Tailoring the output of interests might be as simple as changing the email subject in a newsletter to highlight particular areas of content, altering the jobs shown within an alert or offering different Twitter accounts to follow based around particular subsets of your categories.
In the education space understanding users can be an effective way of generating course leads. Your system might look at a user's existing qualifications or job titles to determine courses to send through to them.
Interestingly, as I write this LinkedIn are targeting me with a part time MBA offer, but my profile on here shows I've only recently completed an MBA. That's an example of a really bad user targeting - I'm certainly not going through that again!
Understanding the Audience Interests, Release Timing & Content Type in your marketing campaigns can help you run a really successful engagement campaign. These can be around recruitment, courses or content and used to help educate your community to begin to see your brand beyond the existing relationship.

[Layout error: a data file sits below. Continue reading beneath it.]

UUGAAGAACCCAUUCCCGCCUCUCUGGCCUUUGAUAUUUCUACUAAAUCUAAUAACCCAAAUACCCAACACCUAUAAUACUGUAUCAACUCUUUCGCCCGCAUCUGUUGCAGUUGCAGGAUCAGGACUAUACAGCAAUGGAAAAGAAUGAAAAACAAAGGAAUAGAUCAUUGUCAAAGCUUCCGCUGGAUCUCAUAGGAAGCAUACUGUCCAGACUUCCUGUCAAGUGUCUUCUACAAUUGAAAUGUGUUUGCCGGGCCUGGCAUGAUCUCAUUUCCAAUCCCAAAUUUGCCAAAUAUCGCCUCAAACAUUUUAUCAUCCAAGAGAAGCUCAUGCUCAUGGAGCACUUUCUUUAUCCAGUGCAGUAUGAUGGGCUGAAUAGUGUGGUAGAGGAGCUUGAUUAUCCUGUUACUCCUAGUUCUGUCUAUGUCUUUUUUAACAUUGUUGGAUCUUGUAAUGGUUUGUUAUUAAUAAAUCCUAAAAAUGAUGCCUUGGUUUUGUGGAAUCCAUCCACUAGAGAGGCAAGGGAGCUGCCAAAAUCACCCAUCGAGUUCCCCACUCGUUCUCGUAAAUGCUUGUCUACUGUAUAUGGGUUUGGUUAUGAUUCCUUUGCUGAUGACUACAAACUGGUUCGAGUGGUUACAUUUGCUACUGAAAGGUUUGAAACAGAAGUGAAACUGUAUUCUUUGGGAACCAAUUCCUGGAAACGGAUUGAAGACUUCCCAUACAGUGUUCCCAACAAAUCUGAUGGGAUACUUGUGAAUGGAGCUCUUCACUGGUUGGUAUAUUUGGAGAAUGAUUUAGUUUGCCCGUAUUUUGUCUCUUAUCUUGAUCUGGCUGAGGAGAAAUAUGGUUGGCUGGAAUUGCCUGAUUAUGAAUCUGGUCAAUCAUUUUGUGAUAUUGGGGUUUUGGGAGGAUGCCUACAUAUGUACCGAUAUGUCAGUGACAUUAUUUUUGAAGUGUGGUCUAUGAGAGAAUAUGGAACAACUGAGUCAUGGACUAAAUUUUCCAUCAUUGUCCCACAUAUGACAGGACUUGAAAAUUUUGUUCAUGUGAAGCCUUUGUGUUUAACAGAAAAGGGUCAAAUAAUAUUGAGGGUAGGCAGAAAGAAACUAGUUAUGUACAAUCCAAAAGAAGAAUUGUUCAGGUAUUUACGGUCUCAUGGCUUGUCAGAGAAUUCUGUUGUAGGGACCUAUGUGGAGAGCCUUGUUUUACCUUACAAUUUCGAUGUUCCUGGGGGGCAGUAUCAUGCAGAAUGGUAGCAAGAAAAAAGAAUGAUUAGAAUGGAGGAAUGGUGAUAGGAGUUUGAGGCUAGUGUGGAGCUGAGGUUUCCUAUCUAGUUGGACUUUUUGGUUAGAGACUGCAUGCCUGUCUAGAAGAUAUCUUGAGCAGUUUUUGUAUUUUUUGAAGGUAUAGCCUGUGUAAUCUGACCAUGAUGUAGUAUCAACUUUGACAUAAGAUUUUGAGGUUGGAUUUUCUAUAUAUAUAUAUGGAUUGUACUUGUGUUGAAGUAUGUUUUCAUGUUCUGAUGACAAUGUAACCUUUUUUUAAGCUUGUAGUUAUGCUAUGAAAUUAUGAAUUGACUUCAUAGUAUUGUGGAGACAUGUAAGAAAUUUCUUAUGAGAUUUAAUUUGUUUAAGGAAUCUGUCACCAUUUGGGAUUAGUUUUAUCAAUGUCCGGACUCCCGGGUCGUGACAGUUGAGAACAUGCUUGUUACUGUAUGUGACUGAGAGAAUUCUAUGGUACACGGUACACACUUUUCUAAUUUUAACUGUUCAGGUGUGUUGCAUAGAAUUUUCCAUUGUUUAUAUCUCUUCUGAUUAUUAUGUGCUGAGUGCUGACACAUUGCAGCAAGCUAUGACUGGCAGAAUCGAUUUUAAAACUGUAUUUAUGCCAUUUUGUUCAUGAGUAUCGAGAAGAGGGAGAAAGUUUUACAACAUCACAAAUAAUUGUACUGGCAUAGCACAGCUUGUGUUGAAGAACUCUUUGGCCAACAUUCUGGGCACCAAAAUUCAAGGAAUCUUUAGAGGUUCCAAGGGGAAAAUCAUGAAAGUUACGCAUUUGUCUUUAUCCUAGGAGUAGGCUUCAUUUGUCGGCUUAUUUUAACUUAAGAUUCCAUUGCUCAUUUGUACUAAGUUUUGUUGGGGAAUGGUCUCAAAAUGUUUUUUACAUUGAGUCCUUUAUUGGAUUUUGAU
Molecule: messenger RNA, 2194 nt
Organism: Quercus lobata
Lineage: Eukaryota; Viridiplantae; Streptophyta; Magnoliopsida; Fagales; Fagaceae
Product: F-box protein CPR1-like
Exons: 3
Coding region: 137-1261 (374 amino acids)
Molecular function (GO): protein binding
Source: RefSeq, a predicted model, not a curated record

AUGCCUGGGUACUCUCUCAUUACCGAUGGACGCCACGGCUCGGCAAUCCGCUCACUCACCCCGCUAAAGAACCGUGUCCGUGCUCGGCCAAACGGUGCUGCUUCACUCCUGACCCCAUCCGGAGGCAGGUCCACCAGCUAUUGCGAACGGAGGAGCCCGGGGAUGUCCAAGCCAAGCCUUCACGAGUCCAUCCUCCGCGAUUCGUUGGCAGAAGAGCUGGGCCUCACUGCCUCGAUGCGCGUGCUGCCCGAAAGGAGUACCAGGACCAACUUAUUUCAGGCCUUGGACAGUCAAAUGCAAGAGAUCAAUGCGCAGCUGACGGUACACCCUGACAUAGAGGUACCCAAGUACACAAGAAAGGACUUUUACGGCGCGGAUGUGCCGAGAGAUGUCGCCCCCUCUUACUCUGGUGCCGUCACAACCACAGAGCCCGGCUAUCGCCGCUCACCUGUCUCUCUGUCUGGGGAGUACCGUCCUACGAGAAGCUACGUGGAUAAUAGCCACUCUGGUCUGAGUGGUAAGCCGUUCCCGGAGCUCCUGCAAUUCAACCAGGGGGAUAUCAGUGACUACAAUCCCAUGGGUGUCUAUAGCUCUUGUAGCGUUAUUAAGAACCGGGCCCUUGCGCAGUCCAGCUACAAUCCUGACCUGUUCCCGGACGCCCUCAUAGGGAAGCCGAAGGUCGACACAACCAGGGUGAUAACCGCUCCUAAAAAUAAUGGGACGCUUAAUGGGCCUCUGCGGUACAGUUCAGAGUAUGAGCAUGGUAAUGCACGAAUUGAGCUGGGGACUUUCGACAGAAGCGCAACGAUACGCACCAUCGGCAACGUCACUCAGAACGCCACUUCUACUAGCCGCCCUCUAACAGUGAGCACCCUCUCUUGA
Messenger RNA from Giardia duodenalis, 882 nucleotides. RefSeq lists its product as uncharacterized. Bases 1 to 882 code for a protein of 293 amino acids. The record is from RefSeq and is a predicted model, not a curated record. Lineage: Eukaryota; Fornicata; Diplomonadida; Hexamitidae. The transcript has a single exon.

According to SimilarWeb.com eHarmony received 7,900,000 million visits in April, while their recruitment offering received 75,000. I suspect these figures aren’t totally accurate but they are possibly indicative of the challenge faced in establishing the new job board in a competitive marketplace.
For eHarmony their jobseeker success will come down to understanding their audience and good marketing, not a million miles away from dating in that respect.
If you’d like to discuss your own audience and techniques of interacting with them then please get in touch.